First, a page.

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If vs While or Recursion just kicks my ass

 
village idiot
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These two loops act very differently, and I can't figure out why.





The if block terminates but the while block does not. Both print the count down from 5 to 0 for the value of num,
but the while loop continues printing zeros for ever.
Is there a guru around who can explain what in the Sam Hill is going on here?
 
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hi Carol,

have a look at sqspinWhile.

After the recursion, when coming back into the 'while' loop, that variable 'num' is unchanged, so the while loop goes on, and on, and on, and .... Why does 'sqspinIf' not suffer from ths problem?
 
Carol Murphy
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I can't see where the problem is. Both if and while test for num > 0, and they both decrement num as the end of each loop, so why do they act differently?
Once the condition becomes false, don't they both exit? I'm missing something really obvious here.
I'm sure it has to do with the recursive call and what happens when the calls go up the stack, but I'm not understanding it.
Okay, I think I get it. The recursive call doesn't return a value, so in the if loop, once num > 0 becomes false, the calls just
return none until the program exits.
The while loop keeps testing the value of num > 0, so when it returns none and continues calling up the stack, it gets hung
up on num = 1, which keeps it cycling back to zero. Right???
Okay, NOW my question is this: Why doesn't a while loop fall through? Why does it go back to the conditional line? That doesn't make any sense.
 
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Carol Murphy wrote:they both decrement num as the end of each loop, so why do they act differently?



Well, "if" and "while" are used for different purposes.  If tests a conditional once.  While will loop until a condition becomes false.  Let's try tracing what happens in both code samples.  With a starting value of 2, the execution of the "if" version looks like so:



Try the same with the "while" version.
 
Carol Murphy
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If tests a conditional once.  While will loop until a condition becomes false.  



I think my misunderstanding begins here, with what happens once the condition becomes false. If returns up the stack without testing the values against the condition.
While will continue to check sqspin(num) against the conditional using the value of num returned by sqspin(1), thus causing a never-ending loop, because of the recursive call.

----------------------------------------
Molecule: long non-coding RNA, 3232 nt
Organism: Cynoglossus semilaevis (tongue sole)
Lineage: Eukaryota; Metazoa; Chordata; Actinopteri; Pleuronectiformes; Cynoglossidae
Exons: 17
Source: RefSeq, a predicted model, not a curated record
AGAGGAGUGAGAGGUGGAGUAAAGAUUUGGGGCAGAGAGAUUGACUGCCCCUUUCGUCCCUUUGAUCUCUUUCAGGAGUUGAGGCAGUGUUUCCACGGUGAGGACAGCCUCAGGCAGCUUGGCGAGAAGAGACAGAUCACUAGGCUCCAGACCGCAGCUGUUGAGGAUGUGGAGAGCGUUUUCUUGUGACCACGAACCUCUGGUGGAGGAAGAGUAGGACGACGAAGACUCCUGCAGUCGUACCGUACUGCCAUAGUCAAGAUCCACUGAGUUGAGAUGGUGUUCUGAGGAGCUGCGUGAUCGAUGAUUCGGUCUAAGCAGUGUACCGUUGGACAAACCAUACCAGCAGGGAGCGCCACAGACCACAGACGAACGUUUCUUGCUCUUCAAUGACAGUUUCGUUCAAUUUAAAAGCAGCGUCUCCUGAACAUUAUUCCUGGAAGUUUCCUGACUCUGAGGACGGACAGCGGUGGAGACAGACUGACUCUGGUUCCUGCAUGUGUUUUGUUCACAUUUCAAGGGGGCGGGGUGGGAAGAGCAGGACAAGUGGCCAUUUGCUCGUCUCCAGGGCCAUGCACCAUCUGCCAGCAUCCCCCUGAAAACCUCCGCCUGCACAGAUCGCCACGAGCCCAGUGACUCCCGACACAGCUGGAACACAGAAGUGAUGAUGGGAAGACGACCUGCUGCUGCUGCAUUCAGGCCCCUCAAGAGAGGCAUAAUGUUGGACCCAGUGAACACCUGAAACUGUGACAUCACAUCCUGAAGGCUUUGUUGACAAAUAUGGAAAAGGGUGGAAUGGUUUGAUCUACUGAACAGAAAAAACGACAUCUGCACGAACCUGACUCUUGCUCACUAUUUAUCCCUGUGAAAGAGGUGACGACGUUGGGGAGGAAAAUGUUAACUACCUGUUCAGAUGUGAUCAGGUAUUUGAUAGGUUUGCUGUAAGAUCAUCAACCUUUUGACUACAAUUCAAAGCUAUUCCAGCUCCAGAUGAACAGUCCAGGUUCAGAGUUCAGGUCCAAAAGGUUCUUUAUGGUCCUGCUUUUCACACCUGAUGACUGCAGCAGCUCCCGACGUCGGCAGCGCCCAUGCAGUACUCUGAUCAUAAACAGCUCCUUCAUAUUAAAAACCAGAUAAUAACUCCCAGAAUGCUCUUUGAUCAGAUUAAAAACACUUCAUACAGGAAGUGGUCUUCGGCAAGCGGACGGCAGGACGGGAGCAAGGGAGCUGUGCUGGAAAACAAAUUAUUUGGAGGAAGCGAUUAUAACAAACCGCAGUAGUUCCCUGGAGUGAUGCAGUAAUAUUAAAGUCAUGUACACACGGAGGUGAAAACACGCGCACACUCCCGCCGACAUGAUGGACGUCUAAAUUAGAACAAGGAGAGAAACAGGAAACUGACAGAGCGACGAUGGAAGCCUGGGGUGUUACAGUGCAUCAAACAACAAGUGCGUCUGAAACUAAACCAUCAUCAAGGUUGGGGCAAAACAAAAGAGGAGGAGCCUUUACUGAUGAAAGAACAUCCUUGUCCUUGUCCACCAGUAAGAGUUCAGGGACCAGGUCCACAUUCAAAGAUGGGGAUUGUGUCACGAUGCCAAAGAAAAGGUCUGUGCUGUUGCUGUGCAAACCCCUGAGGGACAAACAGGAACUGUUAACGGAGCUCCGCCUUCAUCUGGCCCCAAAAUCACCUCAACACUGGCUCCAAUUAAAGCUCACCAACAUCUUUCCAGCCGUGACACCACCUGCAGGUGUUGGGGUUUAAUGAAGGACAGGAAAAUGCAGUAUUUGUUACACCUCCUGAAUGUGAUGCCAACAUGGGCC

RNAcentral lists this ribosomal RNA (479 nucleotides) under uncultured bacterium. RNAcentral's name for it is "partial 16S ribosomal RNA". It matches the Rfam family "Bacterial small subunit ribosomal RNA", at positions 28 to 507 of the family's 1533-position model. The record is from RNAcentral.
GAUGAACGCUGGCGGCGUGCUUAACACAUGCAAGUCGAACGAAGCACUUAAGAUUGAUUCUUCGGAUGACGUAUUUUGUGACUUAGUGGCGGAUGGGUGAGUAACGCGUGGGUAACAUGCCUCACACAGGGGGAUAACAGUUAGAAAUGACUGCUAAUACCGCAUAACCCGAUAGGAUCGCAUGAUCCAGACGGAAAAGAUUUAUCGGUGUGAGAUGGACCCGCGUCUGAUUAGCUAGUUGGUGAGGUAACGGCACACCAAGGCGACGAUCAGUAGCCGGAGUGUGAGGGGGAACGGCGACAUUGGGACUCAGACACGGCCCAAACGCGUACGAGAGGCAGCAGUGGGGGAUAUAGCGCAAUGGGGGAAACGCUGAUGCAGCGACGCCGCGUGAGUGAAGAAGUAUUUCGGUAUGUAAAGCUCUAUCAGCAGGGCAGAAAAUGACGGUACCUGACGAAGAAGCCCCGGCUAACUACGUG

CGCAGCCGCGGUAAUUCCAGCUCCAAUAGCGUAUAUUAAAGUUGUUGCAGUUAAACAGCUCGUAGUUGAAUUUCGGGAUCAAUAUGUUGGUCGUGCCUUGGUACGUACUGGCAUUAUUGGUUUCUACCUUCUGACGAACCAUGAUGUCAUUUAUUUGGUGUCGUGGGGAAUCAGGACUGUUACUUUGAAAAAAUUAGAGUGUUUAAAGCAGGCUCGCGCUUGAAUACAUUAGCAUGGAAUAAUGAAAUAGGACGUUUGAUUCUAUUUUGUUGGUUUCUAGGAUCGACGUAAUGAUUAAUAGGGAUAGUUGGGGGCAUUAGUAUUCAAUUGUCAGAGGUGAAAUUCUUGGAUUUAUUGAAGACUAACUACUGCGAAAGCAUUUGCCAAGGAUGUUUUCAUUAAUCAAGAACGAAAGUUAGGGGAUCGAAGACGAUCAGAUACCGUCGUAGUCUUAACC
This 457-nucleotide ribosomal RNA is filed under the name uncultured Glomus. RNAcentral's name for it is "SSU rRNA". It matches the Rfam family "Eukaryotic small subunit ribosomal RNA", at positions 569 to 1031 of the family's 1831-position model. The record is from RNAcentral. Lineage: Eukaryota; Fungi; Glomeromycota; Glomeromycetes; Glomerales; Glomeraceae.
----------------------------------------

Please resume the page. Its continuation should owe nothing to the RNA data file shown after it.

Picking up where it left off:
I tried running these both in Python Visualizer, and from what I could see they behave the same until they start returning up the stack.
I'm not able to visualize this statement:   "While will loop until a condition becomes false. "

What I see happening is the while looping until the condition becomes false, then stopping, then looping again if the condition becomes true when used in a recursive function.

I have always had the idea in the back of my mind that while and if worked pretty much the same way, and this makes me feel confused. Am I understanding this correctly?

I have another question about the way recursion works. Lines 8-9 & 10-11 are duplicates of each other, so 1 would be printed twice. When the program runs the numbers are printed
in descending order until 0 is reached, then they stop. The program continues running until the calls on the stack return, but nothing more gets printed.  Is there any significance
to lines 8-11 in the code you posted? Why the duplication if no number is being printed?
 
Joe Ess
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Carol Murphy wrote:
Lines 8-9 & 10-11 are duplicates of each other?



They shouldn't be.  I have corrected my post.  

What I see happening is the while looping until the condition becomes false, then stopping, then looping again if the condition becomes true when used in a recursive function.  



What you are seeing the condition at one stack level becoming false.  The condition at the higher level never becomes false.  This is something you will probably miss stepping through code in a debugger, but should be able to see if you traced the code as I did.
 
Carol Murphy
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Thanks for the explanation Joe! I never learned to trace code. I think I need to focus on this for a bit.
 
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If I'm not mistaken, you're confused about scope.

As a function argument, a new "num" is created for each call of the method. This instance of "num" is completely independent of all the other "nums" - specifically the ones in the stack of recursive calls. So changing a "num" at the bottom of the stack won't change the values of the "num"s at bottom-1, bottom-2, etc. and therefore the while loop would never terminate, since if "num" was passed as a value of 5, it would remain 5 forever, regardless of what subroutines (recursive or not) did. Only a change at the same call level would make any difference.
 
Carol Murphy
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Hi Tim! You are correct, but I think I'm confused about more than just scope. The whole concept of how the stack works during recursive functions ties my brain into a knot. (Picture Twister with brain cells instead of arms and legs.)
I'm having difficulty picturing how and why an if statement just returns back up the stack, but a while loop gets stuck in this endless recursion.
I can understand the mechanics of something once I can picture how it works. Trying to get a mental picture of how a bobbin works to make stitches on a sewing machine is a good example.